Shorter lives for Blackpool’s men

Steve Canavan has his blood pressure read by Jean Hayhurst, a cardiovascular specialist nurse.
Steve Canavan has his blood pressure read by Jean Hayhurst, a cardiovascular specialist nurse.
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IT’S not much fun being a man in Blackpool, or at least that’s what the figures tell us.

The resort has the lowest life expectancy for males in the country, 73 years, which is a shocking 10 years less than some more affluent areas down South.

There are many reasons – poverty, below average living standards, poor housing, bad diet.

But there is one basic thing every man could do to give themselves a chance of living longer – have a blood pressure check.

High blood pressure can cause strokes and heart attacks and the fact so many people are unaware they are suffering from the condition is a source of major frustration for the likes of Doctor Amanda Doyle.

A GP at Bloomfield Road surgery, she believes if every man above the age of 40 went for a blood pressure check the results would be instant.

Dr Doyle said: “If everyone was to get their blood pressure checked, it will raise life expectancy. It is the biggest single thing we can do to improve life expectancy in Blackpool in the short term.

“If we were to find all the people walking round with high blood pressure who don’t know about it and treat them, then we would start to wipe out what is one of the biggest killers in Blackpool.”

Given that high blood pressure has no symptoms, it can be hard to persuade a man who thinks he is healthy to book an appointment and get himself checked out.

It is why, the Blackpool Clinical Commissioning Group (BCCG) has launched it’s biggest campaign, aimed at encouraging everyone between the ages of 40 and 60 to get their blood pressure read.

Dr Doyle, who is chief officer for the BCCG, added: “It is relatively easy to treat, but the consequences of walking around with high blood pressure are massive – you are at major risk of a stroke. So my message is just go and get your blood pressure checked.”

The BCCG’s campaign is called “What’s Your Number?” and features six locals who volunteered to take part.

All thought they were healthy individuals, but only one had a blood pressure reading considered normal.

All the others were high, and in the case of Lee Benson, a 40-year-old builder from Bispham, his was so concerning he was sent straight to his GP.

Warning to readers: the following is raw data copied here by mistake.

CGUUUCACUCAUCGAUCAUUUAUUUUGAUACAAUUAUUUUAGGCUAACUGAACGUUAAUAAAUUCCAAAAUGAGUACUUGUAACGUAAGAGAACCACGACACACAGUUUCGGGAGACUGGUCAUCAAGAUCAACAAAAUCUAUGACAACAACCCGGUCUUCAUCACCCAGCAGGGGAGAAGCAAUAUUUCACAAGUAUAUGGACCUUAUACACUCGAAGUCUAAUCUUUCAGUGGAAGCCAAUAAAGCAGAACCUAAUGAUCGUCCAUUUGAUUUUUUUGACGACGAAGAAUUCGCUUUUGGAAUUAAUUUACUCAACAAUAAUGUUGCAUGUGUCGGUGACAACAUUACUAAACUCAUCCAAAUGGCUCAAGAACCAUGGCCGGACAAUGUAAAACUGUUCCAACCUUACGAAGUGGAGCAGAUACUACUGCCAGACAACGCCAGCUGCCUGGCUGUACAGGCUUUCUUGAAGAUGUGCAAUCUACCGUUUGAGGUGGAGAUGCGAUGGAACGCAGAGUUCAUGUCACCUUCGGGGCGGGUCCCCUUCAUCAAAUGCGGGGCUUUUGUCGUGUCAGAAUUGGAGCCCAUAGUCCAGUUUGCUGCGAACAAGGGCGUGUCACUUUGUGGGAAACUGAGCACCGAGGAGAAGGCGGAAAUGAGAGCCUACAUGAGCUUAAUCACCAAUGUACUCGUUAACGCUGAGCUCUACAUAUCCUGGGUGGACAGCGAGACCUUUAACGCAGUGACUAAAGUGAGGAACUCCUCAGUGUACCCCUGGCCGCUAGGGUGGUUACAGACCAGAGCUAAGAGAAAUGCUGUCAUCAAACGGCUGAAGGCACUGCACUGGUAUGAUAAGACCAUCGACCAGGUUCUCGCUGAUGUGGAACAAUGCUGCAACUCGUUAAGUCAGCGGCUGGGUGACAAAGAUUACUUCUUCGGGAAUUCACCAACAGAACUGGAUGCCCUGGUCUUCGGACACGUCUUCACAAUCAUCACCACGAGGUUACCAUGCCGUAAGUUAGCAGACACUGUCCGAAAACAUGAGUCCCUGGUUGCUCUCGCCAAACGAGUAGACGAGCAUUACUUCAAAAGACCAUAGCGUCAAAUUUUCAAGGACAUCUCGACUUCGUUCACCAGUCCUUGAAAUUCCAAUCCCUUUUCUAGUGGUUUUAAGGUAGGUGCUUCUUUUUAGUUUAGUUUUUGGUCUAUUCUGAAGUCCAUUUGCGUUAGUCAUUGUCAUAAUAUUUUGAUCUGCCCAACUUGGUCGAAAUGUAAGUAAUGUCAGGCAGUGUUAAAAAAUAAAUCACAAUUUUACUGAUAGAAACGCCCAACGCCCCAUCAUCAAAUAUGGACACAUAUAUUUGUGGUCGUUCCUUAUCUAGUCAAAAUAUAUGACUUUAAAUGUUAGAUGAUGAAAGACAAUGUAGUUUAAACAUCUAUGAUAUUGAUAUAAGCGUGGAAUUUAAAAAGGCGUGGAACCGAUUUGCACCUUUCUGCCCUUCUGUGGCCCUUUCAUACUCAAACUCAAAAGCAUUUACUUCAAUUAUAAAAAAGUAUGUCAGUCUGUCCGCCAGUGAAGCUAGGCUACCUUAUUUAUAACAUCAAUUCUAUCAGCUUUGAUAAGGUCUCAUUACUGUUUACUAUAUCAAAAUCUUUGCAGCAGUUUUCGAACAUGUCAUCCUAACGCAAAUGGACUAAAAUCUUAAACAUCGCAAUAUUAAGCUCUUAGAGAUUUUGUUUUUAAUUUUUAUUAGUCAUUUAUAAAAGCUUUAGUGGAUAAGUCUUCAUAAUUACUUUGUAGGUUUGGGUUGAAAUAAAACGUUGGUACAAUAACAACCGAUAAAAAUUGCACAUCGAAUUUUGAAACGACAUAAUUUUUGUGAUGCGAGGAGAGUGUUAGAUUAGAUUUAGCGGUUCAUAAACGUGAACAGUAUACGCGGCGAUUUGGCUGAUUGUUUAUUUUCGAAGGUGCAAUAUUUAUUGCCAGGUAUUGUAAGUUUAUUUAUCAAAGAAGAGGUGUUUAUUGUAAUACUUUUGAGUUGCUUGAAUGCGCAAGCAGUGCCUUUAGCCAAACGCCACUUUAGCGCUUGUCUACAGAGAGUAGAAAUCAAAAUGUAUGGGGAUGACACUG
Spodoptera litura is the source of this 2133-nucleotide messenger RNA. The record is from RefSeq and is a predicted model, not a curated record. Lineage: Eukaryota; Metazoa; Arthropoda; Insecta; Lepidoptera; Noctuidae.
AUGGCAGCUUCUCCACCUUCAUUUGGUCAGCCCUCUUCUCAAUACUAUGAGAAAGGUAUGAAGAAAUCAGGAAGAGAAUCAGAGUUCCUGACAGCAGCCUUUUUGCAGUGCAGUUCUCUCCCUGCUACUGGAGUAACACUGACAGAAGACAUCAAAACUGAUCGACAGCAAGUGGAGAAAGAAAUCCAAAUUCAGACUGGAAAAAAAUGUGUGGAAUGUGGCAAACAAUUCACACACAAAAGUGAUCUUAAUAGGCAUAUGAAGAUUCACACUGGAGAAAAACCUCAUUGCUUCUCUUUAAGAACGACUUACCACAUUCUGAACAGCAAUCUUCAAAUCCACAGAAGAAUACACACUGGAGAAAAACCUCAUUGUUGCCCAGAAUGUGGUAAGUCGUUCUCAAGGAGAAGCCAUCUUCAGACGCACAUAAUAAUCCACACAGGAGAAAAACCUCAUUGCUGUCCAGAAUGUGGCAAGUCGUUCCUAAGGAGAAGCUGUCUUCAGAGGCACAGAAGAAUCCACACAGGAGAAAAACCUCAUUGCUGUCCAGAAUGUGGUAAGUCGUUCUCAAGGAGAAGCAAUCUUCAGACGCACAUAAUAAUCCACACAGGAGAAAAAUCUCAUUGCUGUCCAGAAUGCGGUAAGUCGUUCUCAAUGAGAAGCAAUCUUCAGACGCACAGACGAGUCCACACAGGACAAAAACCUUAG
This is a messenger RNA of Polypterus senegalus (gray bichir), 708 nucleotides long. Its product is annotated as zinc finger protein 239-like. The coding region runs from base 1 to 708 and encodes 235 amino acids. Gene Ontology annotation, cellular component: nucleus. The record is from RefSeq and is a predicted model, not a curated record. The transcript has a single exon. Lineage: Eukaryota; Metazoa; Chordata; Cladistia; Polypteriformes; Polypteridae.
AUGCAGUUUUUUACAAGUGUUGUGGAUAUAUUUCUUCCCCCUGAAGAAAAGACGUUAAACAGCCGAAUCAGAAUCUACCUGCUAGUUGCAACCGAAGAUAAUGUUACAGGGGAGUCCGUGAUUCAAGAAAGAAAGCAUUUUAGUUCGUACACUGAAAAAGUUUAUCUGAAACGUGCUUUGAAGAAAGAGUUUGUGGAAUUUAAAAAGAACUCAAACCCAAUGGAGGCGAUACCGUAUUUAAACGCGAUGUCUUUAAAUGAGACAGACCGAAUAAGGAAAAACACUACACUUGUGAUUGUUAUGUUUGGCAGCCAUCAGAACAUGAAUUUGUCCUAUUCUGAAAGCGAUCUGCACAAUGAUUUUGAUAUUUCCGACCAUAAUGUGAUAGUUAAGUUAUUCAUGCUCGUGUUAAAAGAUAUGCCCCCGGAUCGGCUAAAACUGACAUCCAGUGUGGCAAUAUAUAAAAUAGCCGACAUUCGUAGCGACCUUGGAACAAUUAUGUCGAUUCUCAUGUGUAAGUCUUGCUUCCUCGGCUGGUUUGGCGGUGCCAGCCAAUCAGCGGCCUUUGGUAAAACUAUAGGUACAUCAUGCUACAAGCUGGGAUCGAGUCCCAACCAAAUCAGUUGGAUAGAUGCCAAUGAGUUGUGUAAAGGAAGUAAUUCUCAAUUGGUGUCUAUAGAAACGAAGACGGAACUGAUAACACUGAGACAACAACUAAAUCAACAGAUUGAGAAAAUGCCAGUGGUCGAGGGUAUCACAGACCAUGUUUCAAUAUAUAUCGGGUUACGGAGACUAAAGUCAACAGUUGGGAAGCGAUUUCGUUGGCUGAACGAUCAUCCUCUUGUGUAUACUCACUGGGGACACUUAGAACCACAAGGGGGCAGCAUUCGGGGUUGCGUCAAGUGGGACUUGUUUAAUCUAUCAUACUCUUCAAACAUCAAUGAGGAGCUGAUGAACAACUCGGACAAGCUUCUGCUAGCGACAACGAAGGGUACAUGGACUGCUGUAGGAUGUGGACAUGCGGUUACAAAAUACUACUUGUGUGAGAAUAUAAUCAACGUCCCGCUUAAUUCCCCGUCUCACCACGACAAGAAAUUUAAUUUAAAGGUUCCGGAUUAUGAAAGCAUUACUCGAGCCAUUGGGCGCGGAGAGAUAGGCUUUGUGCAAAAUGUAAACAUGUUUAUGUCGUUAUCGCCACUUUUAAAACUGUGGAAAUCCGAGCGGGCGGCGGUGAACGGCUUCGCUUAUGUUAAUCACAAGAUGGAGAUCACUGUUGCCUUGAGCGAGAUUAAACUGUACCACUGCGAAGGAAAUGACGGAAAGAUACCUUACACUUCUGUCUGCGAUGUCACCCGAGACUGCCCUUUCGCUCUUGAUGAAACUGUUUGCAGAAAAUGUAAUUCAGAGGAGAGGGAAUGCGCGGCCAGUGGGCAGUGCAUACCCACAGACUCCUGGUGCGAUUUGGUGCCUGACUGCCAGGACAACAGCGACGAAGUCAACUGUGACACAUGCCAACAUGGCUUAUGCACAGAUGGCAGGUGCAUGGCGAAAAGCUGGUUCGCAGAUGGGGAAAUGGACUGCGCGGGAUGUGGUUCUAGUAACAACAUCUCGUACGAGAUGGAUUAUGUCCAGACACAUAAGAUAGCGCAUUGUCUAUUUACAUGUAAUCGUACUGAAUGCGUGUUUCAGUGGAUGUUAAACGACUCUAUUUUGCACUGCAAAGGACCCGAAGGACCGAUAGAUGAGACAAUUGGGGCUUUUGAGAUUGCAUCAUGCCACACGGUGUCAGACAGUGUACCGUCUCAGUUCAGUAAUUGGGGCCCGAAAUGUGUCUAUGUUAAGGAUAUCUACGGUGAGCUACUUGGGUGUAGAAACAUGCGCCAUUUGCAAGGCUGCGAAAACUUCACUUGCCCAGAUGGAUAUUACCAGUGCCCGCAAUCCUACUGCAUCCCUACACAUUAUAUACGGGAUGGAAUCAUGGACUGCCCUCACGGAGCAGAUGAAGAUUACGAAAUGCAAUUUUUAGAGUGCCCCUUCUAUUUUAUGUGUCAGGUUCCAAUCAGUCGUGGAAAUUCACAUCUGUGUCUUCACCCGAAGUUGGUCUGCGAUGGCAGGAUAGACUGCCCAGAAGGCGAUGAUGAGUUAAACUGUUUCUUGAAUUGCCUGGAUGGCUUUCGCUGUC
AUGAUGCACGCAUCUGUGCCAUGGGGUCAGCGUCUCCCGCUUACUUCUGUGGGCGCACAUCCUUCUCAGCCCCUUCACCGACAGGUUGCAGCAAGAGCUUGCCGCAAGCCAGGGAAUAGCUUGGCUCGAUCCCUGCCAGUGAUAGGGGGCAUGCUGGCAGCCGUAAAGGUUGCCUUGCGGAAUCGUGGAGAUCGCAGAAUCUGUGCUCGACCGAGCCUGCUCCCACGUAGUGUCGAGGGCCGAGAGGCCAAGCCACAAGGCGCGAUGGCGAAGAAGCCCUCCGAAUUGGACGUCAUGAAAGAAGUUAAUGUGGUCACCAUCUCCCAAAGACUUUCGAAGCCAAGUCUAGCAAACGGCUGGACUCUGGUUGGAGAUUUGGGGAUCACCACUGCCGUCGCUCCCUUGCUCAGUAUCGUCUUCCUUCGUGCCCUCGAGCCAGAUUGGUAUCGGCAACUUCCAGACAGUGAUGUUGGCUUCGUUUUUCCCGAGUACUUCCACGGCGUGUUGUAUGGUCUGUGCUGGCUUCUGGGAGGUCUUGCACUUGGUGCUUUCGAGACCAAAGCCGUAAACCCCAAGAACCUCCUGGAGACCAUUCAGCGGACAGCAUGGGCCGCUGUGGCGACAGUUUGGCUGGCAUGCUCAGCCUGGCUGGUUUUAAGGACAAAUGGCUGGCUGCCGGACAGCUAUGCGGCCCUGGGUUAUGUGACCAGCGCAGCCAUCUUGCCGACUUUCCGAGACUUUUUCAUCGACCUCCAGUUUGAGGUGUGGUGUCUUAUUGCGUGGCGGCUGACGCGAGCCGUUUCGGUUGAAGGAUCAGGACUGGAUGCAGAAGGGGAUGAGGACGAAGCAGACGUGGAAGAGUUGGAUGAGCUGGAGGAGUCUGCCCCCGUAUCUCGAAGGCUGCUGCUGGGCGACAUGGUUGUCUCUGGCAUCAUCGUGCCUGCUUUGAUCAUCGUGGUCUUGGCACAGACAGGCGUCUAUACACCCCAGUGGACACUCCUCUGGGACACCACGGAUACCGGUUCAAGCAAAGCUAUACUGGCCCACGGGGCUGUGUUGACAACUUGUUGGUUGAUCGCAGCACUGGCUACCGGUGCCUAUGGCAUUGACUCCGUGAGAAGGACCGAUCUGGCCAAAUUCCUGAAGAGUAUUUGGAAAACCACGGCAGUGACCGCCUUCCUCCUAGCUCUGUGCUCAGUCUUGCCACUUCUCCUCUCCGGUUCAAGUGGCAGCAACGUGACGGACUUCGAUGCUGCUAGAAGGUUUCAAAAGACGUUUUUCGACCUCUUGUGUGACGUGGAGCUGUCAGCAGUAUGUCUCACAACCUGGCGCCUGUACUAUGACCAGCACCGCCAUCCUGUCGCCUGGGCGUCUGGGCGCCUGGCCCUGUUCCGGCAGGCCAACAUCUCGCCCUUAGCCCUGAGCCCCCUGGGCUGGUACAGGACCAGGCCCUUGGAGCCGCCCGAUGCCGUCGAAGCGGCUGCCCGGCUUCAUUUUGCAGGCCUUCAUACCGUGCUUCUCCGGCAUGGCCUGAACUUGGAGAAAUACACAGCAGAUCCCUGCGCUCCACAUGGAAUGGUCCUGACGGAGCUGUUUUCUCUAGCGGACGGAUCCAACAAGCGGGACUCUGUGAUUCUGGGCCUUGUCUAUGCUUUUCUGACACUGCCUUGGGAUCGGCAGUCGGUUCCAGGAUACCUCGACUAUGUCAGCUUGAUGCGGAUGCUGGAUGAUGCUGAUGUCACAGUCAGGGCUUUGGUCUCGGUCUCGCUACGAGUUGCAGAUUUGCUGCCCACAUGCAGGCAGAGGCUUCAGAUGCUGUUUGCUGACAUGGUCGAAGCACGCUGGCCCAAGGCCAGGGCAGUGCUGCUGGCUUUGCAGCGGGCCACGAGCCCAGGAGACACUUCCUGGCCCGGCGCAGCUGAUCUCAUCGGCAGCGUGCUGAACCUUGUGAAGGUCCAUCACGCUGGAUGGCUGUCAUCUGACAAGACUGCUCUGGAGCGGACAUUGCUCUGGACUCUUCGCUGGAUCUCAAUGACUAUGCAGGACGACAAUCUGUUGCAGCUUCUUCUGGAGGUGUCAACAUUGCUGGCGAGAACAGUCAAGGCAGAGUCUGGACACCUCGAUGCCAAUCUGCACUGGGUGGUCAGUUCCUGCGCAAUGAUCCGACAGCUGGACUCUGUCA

NHS Blackpool spends £2m each year on cardiovascular disease – the umbrella term for heart attack and stroke.

Jean Hayhurst, a cardiovascular specialist nurse, said: “High blood pressure is a silent killer, a ticking bomb.

“Unless they have a pain or feel poorly, men don’t tend to go to their GP.

“We want to make it easier for them, give them no excuse not to get their blood pressure checked.

“So let’s get them to the football club. They can have it done in the Blackpool FC changing room where they are in their comfort zone – that’s what we’re planning in the new year.

“We can do it in bingo halls, wherever, it is all about capturing people in more natural settings.”

History that made my reading soar

IF you suffer from high blood pressure it isn’t necessarily your fault.

Though it is true drinking to excess or smoking can cause high blood pressure, for many of those affected it can simply run in the family.

I should know, it’s happened to me.

I agreed to have my blood pressure checked as part of Blackpool’s high profile campaign and wasn’t expecting the results.

A healthy non-smoker who exercises several times a week, I was more than a little shocked when my reading came out sky high.

But then I casually mentioned my mum had been on blood pressure tablets since the age of 30, and Dr Amanda Doyle said I’d inherited the problem.

“You haven’t done anything wrong and it is very likely your high blood pressure reading is due to family history,” she said.

“Lots of things can make it go up as a one-off reading – being anxious, having rushed to get here, running up the stairs.

“Your GP surgery can arrange a 24 hour blood pressure reading, when you wear a little monitor and it reads every so often over 24 hours, which gives a very accurate idea of what it is like when you are going about your day-to-day life.”

The worrying thing is that I’m not even in the target age group of 40 to 60-year-olds, a few years younger – not older, before you ask.

Dr Doyle added: “It is much more common in people over 40 – but with someone under that age who has a strong family history of high blood pressure, it is a good idea to get it checked.”

As I proved. Now it’s off to the GP to see what can be done about it, starting with a few less takeaway meals.